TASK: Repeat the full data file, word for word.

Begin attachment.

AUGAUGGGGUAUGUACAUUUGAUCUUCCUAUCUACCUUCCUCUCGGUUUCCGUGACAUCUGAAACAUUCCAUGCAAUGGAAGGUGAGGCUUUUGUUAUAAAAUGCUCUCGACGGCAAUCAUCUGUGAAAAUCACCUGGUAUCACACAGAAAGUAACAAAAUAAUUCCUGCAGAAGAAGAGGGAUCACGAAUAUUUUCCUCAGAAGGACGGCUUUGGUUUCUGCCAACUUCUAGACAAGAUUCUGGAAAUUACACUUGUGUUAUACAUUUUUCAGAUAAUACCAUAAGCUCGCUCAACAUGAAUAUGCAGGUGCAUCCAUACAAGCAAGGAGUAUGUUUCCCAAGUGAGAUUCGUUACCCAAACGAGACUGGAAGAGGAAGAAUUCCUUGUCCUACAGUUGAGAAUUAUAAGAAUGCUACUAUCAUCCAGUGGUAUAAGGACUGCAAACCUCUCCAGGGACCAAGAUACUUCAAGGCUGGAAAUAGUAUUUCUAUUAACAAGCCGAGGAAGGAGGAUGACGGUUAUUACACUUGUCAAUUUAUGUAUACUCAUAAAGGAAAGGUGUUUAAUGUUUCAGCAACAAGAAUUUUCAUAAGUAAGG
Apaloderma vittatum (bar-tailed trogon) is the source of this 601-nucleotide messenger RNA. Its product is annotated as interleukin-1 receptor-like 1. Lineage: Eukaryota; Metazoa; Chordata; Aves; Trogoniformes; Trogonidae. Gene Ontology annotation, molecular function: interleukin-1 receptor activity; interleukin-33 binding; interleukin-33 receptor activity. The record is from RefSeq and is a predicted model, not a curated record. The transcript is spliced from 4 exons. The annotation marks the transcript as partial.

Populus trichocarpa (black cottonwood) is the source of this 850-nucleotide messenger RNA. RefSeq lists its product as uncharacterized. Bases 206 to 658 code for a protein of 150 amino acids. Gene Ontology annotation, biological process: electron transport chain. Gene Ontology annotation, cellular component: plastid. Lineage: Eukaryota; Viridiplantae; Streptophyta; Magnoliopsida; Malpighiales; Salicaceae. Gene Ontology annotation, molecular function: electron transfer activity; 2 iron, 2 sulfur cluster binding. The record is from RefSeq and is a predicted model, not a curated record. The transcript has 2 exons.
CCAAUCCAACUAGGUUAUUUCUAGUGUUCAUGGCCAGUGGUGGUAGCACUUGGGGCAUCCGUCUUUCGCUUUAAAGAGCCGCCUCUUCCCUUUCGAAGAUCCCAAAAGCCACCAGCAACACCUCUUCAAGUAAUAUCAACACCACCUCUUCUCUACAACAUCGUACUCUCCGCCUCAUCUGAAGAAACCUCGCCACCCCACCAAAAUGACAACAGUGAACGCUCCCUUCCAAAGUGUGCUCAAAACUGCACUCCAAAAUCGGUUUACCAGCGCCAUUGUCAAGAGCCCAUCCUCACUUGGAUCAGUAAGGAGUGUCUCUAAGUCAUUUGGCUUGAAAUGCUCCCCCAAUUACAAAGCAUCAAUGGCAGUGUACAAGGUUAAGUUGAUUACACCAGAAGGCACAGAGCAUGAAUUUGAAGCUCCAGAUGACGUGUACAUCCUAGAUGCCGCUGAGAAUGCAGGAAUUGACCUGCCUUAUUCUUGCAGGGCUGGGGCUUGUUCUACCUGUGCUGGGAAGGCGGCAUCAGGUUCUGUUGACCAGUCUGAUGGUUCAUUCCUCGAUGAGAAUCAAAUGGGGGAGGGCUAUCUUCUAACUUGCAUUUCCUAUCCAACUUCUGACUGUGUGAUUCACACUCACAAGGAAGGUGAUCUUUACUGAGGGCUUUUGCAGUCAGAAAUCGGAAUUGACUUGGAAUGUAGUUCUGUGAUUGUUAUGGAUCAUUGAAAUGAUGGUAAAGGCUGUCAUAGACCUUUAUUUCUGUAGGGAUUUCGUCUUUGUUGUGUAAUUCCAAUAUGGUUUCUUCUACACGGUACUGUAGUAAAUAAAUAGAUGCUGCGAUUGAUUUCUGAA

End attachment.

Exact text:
AUGAUGGGGUAUGUACAUUUGAUCUUCCUAUCUACCUUCCUCUCGGUUUCCGUGACAUCUGAAACAUUCCAUGCAAUGGAAGGUGAGGCUUUUGUUAUAAAAUGCUCUCGACGGCAAUCAUCUGUGAAAAUCACCUGGUAUCACACAGAAAGUAACAAAAUAAUUCCUGCAGAAGAAGAGGGAUCACGAAUAUUUUCCUCAGAAGGACGGCUUUGGUUUCUGCCAACUUCUAGACAAGAUUCUGGAAAUUACACUUGUGUUAUACAUUUUUCAGAUAAUACCAUAAGCUCGCUCAACAUGAAUAUGCAGGUGCAUCCAUACAAGCAAGGAGUAUGUUUCCCAAGUGAGAUUCGUUACCCAAACGAGACUGGAAGAGGAAGAAUUCCUUGUCCUACAGUUGAGAAUUAUAAGAAUGCUACUAUCAUCCAGUGGUAUAAGGACUGCAAACCUCUCCAGGGACCAAGAUACUUCAAGGCUGGAAAUAGUAUUUCUAUUAACAAGCCGAGGAAGGAGGAUGACGGUUAUUACACUUGUCAAUUUAUGUAUACUCAUAAAGGAAAGGUGUUUAAUGUUUCAGCAACAAGAAUUUUCAUAAGUAAGG
Apaloderma vittatum (bar-tailed trogon) is the source of this 601-nucleotide messenger RNA. Its product is annotated as interleukin-1 receptor-like 1. Lineage: Eukaryota; Metazoa; Chordata; Aves; Trogoniformes; Trogonidae. Gene Ontology annotation, molecular function: interleukin-1 receptor activity; interleukin-33 binding; interleukin-33 receptor activity. The record is from RefSeq and is a predicted model, not a curated record. The transcript is spliced from 4 exons. The annotation marks the transcript as partial.

Populus trichocarpa (black cottonwood) is the source of this 850-nucleotide messenger RNA. RefSeq lists its product as uncharacterized. Bases 206 to 658 code for a protein of 150 amino acids. Gene Ontology annotation, biological process: electron transport chain. Gene Ontology annotation, cellular component: plastid. Lineage: Eukaryota; Viridiplantae; Streptophyta; Magnoliopsida; Malpighiales; Salicaceae. Gene Ontology annotation, molecular function: electron transfer activity; 2 iron, 2 sulfur cluster binding. The record is from RefSeq and is a predicted model, not a curated record. The transcript has 2 exons.
CCAAUCCAACUAGGUUAUUUCUAGUGUUCAUGGCCAGUGGUGGUAGCACUUGGGGCAUCCGUCUUUCGCUUUAAAGAGCCGCCUCUUCCCUUUCGAAGAUCCCAAAAGCCACCAGCAACACCUCUUCAAGUAAUAUCAACACCACCUCUUCUCUACAACAUCGUACUCUCCGCCUCAUCUGAAGAAACCUCGCCACCCCACCAAAAUGACAACAGUGAACGCUCCCUUCCAAAGUGUGCUCAAAACUGCACUCCAAAAUCGGUUUACCAGCGCCAUUGUCAAGAGCCCAUCCUCACUUGGAUCAGUAAGGAGUGUCUCUAAGUCAUUUGGCUUGAAAUGCUCCCCCAAUUACAAAGCAUCAAUGGCAGUGUACAAGGUUAAGUUGAUUACACCAGAAGGCACAGAGCAUGAAUUUGAAGCUCCAGAUGACGUGUACAUCCUAGAUGCCGCUGAGAAUGCAGGAAUUGACCUGCCUUAUUCUUGCAGGGCUGGGGCUUGUUCUACCUGUGCUGGGAAGGCGGCAUCAGGUUCUGUUGACCAGUCUGAUGGUUCAUUCCUCGAUGAGAAUCAAAUGGGGGAGGGCUAUCUUCUAACUUGCAUUUCCUAUCCAACUUCUGACUGUGUGAUUCACACUCACAAGGAAGGUGAUCUUUACUGAGGGCUUUUGCAGUCAGAAAUCGGAAUUGACUUGGAAUGUAGUUCUGUGAUUGUUAUGGAUCAUUGAAAUGAUGGUAAAGGCUGUCAUAGACCUUUAUUUCUGUAGGGAUUUCGUCUUUGUUGUGUAAUUCCAAUAUGGUUUCUUCUACACGGUACUGUAGUAAAUAAAUAGAUGCUGCGAUUGAUUUCUGAA